crowdsourcing-news-roundup-august-21

Here is a curated weekly roundup of the breaking news and must-read thought leadership pieces on the crowd economy spotted by the Crowdsourcing Week team. You have tons of good reads while sipping your hot coffee (or tea) on a fine Saturday morning; from crowdsourcing visual identity to Philippines government regulating Uber and GrabCar to Google’s Project Sunroof and many more.

Qatar National Museum to crowdsource visual identity

What can the citizens contribute? Qatar National Museum bets on the crowd, inviting them to suggest its new logo, branding and everything about its visual identity through its nationwide competition. “All Qatari nationals over the age of 18 will be able to enter and suggest designs for the new museum’s graphic identity,” Dezeen writes. “The building (pictured), which will open in Doha next year, is being designed by Pritzker Prize-winning architect Jean Nouvel and is intended to transform the country into a hub of culture and communications.”

Spotted by Epi Ludvik Nekaj

Crowdsourcing your security

When it comes to privacy and security issues, there are many things to discuss in the intersections of IT, big data and Internet of Things (IoT). Crowdsourcing enters the scene and could contribute in improving organizations’ security and other digital assets. “The formal security programs at most companies include a finite number of managers and staffers. But the fact is, everyone within an organization should be responsible on some level for contributing to efforts to protect information, physical assets and other property,” Bob Violini writes via CIO.

Spotted by Epi Ludvik Nekaj

Crowdsourcing in the medicine and healthcare

“Crowdsourcing is being used to help diagnose those patients who have doctors stumped,” MedCity News writes. Most of the time, it would take months or years to get the real cause of a sickness. “For that reason, crowdsourcing site CrowdMed is helping people by having an expansive collection of resources all sharing their insights about what they think the underlying problem might be.” Read the link above and know more of the success stories of patients and the impact of crowdsourcing in this industry.

Spotted by Epi Ludvik Nekaj

Government regulating Uber and GrabCar is not helpful

It’s been more than a week now that the talks over Uber, GrabCar, Philippine transportation agency, LTFRB are making rounds on PH blogs, social media, and websites as Filipino netizens post their rants against the government’s move to regulate ride-sharing services. Here’s a good read by a ride-sharing convert on “why the government’s move to regulate the industry does nothing for the riding public.” You may also want to read Manila-based automotive journalist, James Deakin’s letter to LTFRB and DOTC that sparked more debates across the Philippine web (and the LTFRB’s swift response.)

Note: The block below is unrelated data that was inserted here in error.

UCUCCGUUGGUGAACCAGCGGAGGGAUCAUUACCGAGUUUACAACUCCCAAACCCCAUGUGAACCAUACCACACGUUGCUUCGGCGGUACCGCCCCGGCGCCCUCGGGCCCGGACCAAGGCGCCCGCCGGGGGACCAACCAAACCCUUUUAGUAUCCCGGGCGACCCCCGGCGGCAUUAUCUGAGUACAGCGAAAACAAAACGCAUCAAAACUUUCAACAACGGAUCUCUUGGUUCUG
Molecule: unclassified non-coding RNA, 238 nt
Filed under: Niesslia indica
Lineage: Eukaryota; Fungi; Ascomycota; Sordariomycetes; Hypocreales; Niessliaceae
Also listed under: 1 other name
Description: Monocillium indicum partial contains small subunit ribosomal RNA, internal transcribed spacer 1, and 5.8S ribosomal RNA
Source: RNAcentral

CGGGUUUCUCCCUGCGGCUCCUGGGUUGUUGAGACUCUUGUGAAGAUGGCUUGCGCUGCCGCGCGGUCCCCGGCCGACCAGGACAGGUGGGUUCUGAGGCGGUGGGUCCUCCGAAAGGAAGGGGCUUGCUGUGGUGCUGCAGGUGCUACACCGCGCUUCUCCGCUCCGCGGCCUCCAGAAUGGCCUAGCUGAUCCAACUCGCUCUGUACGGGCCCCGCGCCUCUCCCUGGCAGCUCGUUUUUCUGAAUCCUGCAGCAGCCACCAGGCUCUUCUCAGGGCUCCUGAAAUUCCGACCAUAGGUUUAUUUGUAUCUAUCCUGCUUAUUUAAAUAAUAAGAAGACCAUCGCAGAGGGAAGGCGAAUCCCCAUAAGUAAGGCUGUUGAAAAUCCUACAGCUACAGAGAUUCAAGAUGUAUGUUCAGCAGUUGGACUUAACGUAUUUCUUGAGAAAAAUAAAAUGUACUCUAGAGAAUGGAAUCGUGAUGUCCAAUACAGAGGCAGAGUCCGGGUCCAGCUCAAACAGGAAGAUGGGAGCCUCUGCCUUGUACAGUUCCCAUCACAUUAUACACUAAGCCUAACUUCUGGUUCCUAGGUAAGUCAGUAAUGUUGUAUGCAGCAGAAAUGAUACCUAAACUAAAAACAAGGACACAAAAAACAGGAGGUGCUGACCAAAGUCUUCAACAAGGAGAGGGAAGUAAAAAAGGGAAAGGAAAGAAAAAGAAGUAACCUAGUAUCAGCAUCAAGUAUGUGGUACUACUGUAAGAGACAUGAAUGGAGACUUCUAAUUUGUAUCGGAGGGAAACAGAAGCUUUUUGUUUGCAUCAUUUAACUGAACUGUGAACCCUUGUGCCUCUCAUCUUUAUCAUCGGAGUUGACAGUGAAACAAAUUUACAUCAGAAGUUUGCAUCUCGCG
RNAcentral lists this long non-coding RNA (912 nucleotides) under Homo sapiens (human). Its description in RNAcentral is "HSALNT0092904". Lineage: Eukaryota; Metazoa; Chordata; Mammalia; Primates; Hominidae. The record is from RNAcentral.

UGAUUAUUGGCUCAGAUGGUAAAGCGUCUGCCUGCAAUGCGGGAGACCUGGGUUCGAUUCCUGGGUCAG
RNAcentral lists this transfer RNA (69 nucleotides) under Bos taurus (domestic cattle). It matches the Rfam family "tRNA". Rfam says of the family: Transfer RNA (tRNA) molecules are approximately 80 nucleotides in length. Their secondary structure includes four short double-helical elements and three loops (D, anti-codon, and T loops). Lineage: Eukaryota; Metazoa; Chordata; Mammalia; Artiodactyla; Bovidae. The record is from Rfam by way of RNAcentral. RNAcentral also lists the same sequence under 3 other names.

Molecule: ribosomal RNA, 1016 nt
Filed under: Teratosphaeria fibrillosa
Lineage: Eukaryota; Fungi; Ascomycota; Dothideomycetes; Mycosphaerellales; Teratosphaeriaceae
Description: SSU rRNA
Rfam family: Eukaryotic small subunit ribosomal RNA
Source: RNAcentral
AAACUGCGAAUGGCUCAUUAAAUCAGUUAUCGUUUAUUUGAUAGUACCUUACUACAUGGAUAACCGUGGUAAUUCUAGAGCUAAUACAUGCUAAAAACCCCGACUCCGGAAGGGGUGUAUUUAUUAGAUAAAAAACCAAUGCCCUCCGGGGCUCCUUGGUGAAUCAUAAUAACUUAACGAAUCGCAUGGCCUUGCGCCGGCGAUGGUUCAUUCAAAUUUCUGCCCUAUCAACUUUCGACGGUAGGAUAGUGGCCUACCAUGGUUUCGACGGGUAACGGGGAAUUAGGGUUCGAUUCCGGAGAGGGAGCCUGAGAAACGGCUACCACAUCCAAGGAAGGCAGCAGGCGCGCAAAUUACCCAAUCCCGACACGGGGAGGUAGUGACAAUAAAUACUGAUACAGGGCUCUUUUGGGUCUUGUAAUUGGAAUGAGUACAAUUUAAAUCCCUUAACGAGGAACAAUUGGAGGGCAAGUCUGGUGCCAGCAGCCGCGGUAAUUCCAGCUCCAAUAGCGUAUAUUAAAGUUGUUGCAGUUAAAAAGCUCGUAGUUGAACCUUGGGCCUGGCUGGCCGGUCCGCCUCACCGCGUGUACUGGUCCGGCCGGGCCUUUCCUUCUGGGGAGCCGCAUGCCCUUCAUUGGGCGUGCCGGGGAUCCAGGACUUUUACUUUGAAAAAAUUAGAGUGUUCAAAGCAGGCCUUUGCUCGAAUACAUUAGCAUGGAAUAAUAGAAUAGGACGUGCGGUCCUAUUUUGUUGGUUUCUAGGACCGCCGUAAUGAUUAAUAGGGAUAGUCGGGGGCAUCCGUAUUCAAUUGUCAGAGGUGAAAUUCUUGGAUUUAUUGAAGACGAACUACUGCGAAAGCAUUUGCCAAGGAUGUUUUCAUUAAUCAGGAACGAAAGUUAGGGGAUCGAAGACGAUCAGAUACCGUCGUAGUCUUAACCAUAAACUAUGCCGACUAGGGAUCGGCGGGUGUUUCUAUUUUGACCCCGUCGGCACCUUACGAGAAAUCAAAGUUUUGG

Spotted by Etienne Verbist

Digital farm: Machines at work?

Here’s an interesting video from Vandenborneaardappelen, showing how machines and digital farm work. Perhaps, this could be the future of farm work? What do you think? By the way, the site is in the Dutch language. Enjoy!

Spotted by Etienne Verbist

Weighing the cost of equity crowdfunding

Here’s an editorial on equity crowdfunding – the cost and benefit between individuals and institutions. “The promise of crowdfunding is unfortunately not a cure-all for small business capital formation, but it should help to bring faster and cheaper capital to a currently illiquid private market,” Nate Nead of CrowdFund.co writes. “Determining the choice and path in that journey will require a detailed look at the business, its current cost of capital, the end-goal, and the type of investors that will help you get there.”

Spotted by Briana Green

Calling innovators and smart creatives!

Do you have an idea on how to create novel applications to for a new membrane technology? Check out IdeaConnection’s competition. “The UK-based company is looking for novel applications for a new membrane material in a few specific industrial sectors of interest: automotive, packaging and dosing. If your solution is selected, €1,000 (approx. $US 1,000) is yours.”

Spotted by Briana Green

Google Maps can tell you if solar panels are worth it on your roofs

Google has already started tapping solar energy via Google Maps. “Google wants to help you harness the power of the sun,” The Verge writes. If you’re using Google Maps (available in San Francisco, Boston, and Fresno for now), their new Project Sunroof provides a “treasure map” that could detect how much solar energy your roof can generate and also the cost savings if you want to install solar panels.

Spotted by Maria Krisette Capati

[Photo credit via Flickr]

There are tons of amazing stories out there. What else caught your eye this week? Did you come across some breaking news or a good thought piece?